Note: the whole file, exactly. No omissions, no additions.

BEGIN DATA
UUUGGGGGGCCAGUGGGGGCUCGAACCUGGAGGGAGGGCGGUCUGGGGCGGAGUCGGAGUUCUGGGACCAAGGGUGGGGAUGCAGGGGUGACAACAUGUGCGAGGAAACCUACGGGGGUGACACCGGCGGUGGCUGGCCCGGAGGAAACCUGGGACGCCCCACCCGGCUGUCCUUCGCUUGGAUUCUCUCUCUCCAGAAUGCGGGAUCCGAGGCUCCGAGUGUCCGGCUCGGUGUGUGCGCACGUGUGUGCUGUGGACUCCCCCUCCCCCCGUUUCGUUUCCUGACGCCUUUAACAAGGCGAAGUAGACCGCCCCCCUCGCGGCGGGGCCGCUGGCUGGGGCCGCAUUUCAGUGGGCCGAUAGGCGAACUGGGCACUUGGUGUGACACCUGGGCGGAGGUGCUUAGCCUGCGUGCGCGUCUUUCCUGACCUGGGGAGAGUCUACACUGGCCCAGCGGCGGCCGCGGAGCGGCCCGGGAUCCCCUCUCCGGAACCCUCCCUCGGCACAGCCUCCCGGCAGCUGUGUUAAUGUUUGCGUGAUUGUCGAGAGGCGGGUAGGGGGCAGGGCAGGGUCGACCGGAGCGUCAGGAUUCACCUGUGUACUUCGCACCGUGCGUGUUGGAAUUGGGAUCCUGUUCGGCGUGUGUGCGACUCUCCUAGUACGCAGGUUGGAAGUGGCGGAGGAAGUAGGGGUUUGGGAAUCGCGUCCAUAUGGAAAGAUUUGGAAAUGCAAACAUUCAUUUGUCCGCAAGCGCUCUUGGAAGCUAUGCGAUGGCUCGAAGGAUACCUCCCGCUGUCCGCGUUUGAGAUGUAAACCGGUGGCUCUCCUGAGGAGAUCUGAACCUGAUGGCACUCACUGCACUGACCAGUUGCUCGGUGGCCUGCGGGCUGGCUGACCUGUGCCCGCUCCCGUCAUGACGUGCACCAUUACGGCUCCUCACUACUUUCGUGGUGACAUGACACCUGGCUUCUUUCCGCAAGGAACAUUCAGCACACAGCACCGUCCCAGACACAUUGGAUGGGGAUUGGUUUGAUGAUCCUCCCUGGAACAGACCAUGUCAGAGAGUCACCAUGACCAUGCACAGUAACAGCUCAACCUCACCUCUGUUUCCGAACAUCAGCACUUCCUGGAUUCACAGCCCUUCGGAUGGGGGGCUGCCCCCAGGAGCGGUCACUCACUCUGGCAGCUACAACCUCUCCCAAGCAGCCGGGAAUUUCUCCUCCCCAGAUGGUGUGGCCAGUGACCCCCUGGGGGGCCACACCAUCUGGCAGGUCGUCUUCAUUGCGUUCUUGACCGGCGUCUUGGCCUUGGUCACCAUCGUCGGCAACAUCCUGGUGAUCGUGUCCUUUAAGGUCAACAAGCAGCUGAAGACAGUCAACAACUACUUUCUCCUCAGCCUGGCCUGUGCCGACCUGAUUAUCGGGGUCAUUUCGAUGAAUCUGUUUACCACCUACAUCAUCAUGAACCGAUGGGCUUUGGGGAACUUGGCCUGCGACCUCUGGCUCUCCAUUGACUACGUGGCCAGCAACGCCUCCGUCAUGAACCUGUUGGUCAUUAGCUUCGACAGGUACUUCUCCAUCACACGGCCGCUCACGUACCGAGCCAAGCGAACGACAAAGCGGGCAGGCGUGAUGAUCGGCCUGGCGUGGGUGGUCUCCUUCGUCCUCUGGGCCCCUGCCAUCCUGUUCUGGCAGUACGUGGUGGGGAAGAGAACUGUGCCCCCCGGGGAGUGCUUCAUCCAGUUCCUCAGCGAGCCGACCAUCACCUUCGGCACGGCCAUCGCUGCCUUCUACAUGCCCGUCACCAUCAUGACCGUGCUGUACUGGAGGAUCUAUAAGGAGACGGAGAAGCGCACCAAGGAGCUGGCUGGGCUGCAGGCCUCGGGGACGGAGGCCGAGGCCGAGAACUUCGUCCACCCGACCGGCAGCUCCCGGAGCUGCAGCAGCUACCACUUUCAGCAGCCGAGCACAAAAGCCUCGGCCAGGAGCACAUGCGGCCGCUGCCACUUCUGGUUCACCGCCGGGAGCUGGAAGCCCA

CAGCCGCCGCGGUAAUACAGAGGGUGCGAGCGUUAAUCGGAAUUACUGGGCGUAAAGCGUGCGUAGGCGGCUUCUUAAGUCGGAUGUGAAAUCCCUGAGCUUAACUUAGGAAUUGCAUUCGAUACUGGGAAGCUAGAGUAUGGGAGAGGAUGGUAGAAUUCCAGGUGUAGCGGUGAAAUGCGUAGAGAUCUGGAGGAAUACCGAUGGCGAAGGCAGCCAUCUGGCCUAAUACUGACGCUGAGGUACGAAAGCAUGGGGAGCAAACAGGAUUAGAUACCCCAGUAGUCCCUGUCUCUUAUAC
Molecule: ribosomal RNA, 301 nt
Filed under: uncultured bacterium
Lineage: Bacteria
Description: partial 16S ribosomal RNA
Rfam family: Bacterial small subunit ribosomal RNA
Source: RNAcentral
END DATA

UUUGGGGGGCCAGUGGGGGCUCGAACCUGGAGGGAGGGCGGUCUGGGGCGGAGUCGGAGUUCUGGGACCAAGGGUGGGGAUGCAGGGGUGACAACAUGUGCGAGGAAACCUACGGGGGUGACACCGGCGGUGGCUGGCCCGGAGGAAACCUGGGACGCCCCACCCGGCUGUCCUUCGCUUGGAUUCUCUCUCUCCAGAAUGCGGGAUCCGAGGCUCCGAGUGUCCGGCUCGGUGUGUGCGCACGUGUGUGCUGUGGACUCCCCCUCCCCCCGUUUCGUUUCCUGACGCCUUUAACAAGGCGAAGUAGACCGCCCCCCUCGCGGCGGGGCCGCUGGCUGGGGCCGCAUUUCAGUGGGCCGAUAGGCGAACUGGGCACUUGGUGUGACACCUGGGCGGAGGUGCUUAGCCUGCGUGCGCGUCUUUCCUGACCUGGGGAGAGUCUACACUGGCCCAGCGGCGGCCGCGGAGCGGCCCGGGAUCCCCUCUCCGGAACCCUCCCUCGGCACAGCCUCCCGGCAGCUGUGUUAAUGUUUGCGUGAUUGUCGAGAGGCGGGUAGGGGGCAGGGCAGGGUCGACCGGAGCGUCAGGAUUCACCUGUGUACUUCGCACCGUGCGUGUUGGAAUUGGGAUCCUGUUCGGCGUGUGUGCGACUCUCCUAGUACGCAGGUUGGAAGUGGCGGAGGAAGUAGGGGUUUGGGAAUCGCGUCCAUAUGGAAAGAUUUGGAAAUGCAAACAUUCAUUUGUCCGCAAGCGCUCUUGGAAGCUAUGCGAUGGCUCGAAGGAUACCUCCCGCUGUCCGCGUUUGAGAUGUAAACCGGUGGCUCUCCUGAGGAGAUCUGAACCUGAUGGCACUCACUGCACUGACCAGUUGCUCGGUGGCCUGCGGGCUGGCUGACCUGUGCCCGCUCCCGUCAUGACGUGCACCAUUACGGCUCCUCACUACUUUCGUGGUGACAUGACACCUGGCUUCUUUCCGCAAGGAACAUUCAGCACACAGCACCGUCCCAGACACAUUGGAUGGGGAUUGGUUUGAUGAUCCUCCCUGGAACAGACCAUGUCAGAGAGUCACCAUGACCAUGCACAGUAACAGCUCAACCUCACCUCUGUUUCCGAACAUCAGCACUUCCUGGAUUCACAGCCCUUCGGAUGGGGGGCUGCCCCCAGGAGCGGUCACUCACUCUGGCAGCUACAACCUCUCCCAAGCAGCCGGGAAUUUCUCCUCCCCAGAUGGUGUGGCCAGUGACCCCCUGGGGGGCCACACCAUCUGGCAGGUCGUCUUCAUUGCGUUCUUGACCGGCGUCUUGGCCUUGGUCACCAUCGUCGGCAACAUCCUGGUGAUCGUGUCCUUUAAGGUCAACAAGCAGCUGAAGACAGUCAACAACUACUUUCUCCUCAGCCUGGCCUGUGCCGACCUGAUUAUCGGGGUCAUUUCGAUGAAUCUGUUUACCACCUACAUCAUCAUGAACCGAUGGGCUUUGGGGAACUUGGCCUGCGACCUCUGGCUCUCCAUUGACUACGUGGCCAGCAACGCCUCCGUCAUGAACCUGUUGGUCAUUAGCUUCGACAGGUACUUCUCCAUCACACGGCCGCUCACGUACCGAGCCAAGCGAACGACAAAGCGGGCAGGCGUGAUGAUCGGCCUGGCGUGGGUGGUCUCCUUCGUCCUCUGGGCCCCUGCCAUCCUGUUCUGGCAGUACGUGGUGGGGAAGAGAACUGUGCCCCCCGGGGAGUGCUUCAUCCAGUUCCUCAGCGAGCCGACCAUCACCUUCGGCACGGCCAUCGCUGCCUUCUACAUGCCCGUCACCAUCAUGACCGUGCUGUACUGGAGGAUCUAUAAGGAGACGGAGAAGCGCACCAAGGAGCUGGCUGGGCUGCAGGCCUCGGGGACGGAGGCCGAGGCCGAGAACUUCGUCCACCCGACCGGCAGCUCCCGGAGCUGCAGCAGCUACCACUUUCAGCAGCCGAGCACAAAAGCCUCGGCCAGGAGCACAUGCGGCCGCUGCCACUUCUGGUUCACCGCCGGGAGCUGGAAGCCCA

CAGCCGCCGCGGUAAUACAGAGGGUGCGAGCGUUAAUCGGAAUUACUGGGCGUAAAGCGUGCGUAGGCGGCUUCUUAAGUCGGAUGUGAAAUCCCUGAGCUUAACUUAGGAAUUGCAUUCGAUACUGGGAAGCUAGAGUAUGGGAGAGGAUGGUAGAAUUCCAGGUGUAGCGGUGAAAUGCGUAGAGAUCUGGAGGAAUACCGAUGGCGAAGGCAGCCAUCUGGCCUAAUACUGACGCUGAGGUACGAAAGCAUGGGGAGCAAACAGGAUUAGAUACCCCAGUAGUCCCUGUCUCUUAUAC
Molecule: ribosomal RNA, 301 nt
Filed under: uncultured bacterium
Lineage: Bacteria
Description: partial 16S ribosomal RNA
Rfam family: Bacterial small subunit ribosomal RNA
Source: RNAcentral